by Laura Snedeker
This week, as the top American commander in Iraq, Gen. David Petraeus prepares to deliver a bleaker assessment to Congress on the Iraq War, U.S. and Iraqi leaders are split over the proper reaction to renewed militia violence. With the Iraqi government holding back, U.S. commanders have ordered their forces to press forward in what is turning into a rerun of past uprisings and jeopardizing plans for eventual U.S. withdrawal.
An ill-conceived and poorly-executed offensive by Iraqi security forces in the southern city of Basra in the last week of March triggered an uprising by militiamen loyal to Shi’ite cleric and Madhi Army leader Moqtada al-Sadr. The battle ended only when Sadr ordered his militia to lay down their weapons and demanded concessions from Iraqi Prime Minister Nouri al-Maliki.
The Bush administration has largely credited the so-called surge in U.S. troop numbers for the decrease in attacks on U.S. troops during 2007 and early 2008. But the fighting in Basra proved the necessity of Sadr’s cooperation, as violence and attacks on American troops increased across the country during the offensive, only to return to normal levels after Sadr’s orders. Iraqi deaths, on the decline during 2007, also spiked in March as the fighting spread from Basra to other cities.
The increased violence across the country is heavily reminiscent of battles in 2004 during the first uprising, when the U.S. military battled Mahdi Army insurgents in Baghdad and helicopters bombed the city of Fallujah, where Sunni forces fought U.S. troops. In an attempt to shore up Maliki and the Iraqi Army's underpowered offensive, the U.S. also called in airpower to combat insurgents in Basra, a long-time Shi’ite stronghold. Although Mahdi Army forces laid down their weapons last week, U.S. commanders have moved 400 additional troops into Basra to help pacify the city.
U.S. military commanders criticized the poor military planning on the part of the Iraqi government. Meanwhile, they also moved U.S. forces into Sadr City in an attempt to push insurgents further from the Green Zone, which came under heavy fire last week. In 2004, arrests of militia leaders and raids on Sadr’s offices triggered an uprising in Sadr City during which the Mahdi Army seized control of streets and government buildings and battled U.S. forces.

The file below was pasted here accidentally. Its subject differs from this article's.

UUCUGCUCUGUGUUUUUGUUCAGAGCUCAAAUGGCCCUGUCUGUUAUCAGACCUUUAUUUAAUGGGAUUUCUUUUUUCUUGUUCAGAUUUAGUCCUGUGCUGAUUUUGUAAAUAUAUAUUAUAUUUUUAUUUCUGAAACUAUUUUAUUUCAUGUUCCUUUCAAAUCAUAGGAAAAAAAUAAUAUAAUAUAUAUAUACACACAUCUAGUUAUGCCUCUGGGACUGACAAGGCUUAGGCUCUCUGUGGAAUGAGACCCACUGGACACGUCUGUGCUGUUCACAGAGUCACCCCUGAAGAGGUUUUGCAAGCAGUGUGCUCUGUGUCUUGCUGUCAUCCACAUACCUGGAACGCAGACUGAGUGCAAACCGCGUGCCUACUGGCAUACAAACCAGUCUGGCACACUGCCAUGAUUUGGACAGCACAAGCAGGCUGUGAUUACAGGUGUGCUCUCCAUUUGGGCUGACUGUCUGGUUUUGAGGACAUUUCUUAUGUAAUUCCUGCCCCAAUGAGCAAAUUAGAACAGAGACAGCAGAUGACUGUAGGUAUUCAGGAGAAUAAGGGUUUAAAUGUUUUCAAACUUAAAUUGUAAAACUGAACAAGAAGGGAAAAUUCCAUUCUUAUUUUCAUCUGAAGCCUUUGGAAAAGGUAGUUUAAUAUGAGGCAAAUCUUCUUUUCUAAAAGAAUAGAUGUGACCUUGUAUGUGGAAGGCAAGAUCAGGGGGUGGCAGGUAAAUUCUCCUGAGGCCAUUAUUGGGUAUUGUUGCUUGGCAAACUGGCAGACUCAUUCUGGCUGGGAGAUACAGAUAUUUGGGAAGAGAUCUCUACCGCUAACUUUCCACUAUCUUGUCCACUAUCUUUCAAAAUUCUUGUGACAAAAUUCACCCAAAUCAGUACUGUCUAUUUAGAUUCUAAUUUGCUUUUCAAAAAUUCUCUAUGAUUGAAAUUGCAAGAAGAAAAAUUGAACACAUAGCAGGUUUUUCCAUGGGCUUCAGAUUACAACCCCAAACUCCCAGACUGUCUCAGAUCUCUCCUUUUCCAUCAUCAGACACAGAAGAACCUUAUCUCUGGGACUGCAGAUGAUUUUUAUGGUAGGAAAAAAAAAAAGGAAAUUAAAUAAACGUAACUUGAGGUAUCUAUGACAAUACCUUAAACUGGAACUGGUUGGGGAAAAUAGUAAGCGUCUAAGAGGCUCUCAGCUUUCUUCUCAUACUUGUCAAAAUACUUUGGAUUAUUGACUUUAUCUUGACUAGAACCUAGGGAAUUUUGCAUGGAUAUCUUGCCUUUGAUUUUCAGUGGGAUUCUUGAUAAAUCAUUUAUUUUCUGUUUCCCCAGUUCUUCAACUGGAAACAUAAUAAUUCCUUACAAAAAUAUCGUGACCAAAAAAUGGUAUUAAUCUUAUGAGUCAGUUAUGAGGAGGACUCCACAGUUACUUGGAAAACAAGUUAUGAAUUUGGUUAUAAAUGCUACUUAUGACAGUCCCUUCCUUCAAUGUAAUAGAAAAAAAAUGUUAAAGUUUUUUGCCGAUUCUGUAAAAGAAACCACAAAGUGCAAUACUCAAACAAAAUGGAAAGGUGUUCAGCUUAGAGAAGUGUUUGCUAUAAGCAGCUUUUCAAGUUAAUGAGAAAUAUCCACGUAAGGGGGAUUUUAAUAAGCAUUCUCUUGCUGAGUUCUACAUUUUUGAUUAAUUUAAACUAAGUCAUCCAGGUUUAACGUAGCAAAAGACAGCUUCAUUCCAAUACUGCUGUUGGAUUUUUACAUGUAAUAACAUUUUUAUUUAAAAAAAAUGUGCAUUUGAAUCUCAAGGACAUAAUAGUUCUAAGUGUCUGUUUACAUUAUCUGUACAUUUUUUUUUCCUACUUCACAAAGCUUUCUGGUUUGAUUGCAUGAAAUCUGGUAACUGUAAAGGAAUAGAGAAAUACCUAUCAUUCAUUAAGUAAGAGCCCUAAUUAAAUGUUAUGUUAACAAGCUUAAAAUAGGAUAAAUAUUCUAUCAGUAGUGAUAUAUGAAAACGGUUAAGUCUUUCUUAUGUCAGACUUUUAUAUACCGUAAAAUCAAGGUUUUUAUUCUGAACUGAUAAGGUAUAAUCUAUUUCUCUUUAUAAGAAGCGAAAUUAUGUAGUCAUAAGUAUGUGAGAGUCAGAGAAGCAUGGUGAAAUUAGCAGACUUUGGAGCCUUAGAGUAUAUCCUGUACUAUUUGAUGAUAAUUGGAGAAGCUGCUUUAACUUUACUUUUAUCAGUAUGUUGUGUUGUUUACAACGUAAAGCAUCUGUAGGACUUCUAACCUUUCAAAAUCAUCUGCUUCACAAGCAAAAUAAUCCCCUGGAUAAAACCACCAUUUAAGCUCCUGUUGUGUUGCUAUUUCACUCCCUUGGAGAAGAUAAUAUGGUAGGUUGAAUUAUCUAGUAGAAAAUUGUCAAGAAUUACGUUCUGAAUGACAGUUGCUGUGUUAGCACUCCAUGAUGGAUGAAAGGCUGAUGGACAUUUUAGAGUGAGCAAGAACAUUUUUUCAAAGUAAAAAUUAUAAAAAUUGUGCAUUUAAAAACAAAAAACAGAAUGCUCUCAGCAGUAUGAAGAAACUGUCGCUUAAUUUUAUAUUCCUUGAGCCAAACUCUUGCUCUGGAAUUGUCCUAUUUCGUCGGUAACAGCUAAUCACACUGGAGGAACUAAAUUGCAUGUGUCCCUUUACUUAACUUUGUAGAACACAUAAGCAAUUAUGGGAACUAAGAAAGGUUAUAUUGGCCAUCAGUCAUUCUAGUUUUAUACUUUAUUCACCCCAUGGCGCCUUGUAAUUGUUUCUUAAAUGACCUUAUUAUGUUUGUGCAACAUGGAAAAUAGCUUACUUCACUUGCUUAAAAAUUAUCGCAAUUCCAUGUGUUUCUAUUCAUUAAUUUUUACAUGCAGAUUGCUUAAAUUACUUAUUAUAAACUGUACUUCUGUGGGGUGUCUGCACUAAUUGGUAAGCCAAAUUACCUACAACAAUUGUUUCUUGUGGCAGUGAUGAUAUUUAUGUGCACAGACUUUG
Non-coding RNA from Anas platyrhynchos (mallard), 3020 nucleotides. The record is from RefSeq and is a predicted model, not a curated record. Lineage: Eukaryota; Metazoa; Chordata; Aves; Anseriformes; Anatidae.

The resurgence of violence in Iraq has also complicated plans for British forces to continue their withdrawal from Basra, which began in December as they turned control of the city over to Iraqi security forces. British Defense Secretary Des Browne announced last week that his government would not go through with a planned reduction of 1,500 troops, after Frederick Kagan, an influential conservative military theorist in the U.S. accused Prime Minister Gordon Brown of failing "as an ally.”
The reaction of the Iraqi government to its humiliating defeat in Basra has been more modest and less certain. Maliki first considered further raids on Shi’ite militias in defiance of Sadr’s orders, then acquiesced to his demands and ordered Iraqi security forces to cease their operations against the Mahdi Army. This policy effectively admitted a loss of control on the part of the Iraqi government and turned the military situation back over to U.S. forces that have been attempting to take a less active security role.
Sadr, who has planned a rally in Baghdad to protest the fifth anniversary of the day American forces captured the city, is able to shift between the roles of warlord and peaceful opposition leader with ease. He has frustrated American and Iraqi forces who view him as a threat to the stability of the government but recognize his importance in keeping the peace.
The timing of the increased violence in Iraq comes at a politically touchy time for both parties in the U.S., as their respective presidential candidates try to balance the need to withdraw with their desire for a conclusive ending. Given the course of past events, the American offensive in Baghdad and Basra will only exacerbate the situation, and the next White House occupant will come into office with a renewed insurgency, an uncooperative Iraqi government, a tired Iraqi population and a war that grows more impossible by the day.
(Political graphic by The Heretik, who offers graphics for use via Photobucket.)
Nouri al Maliki
Moqtada al Sadr
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by Laura Snedeker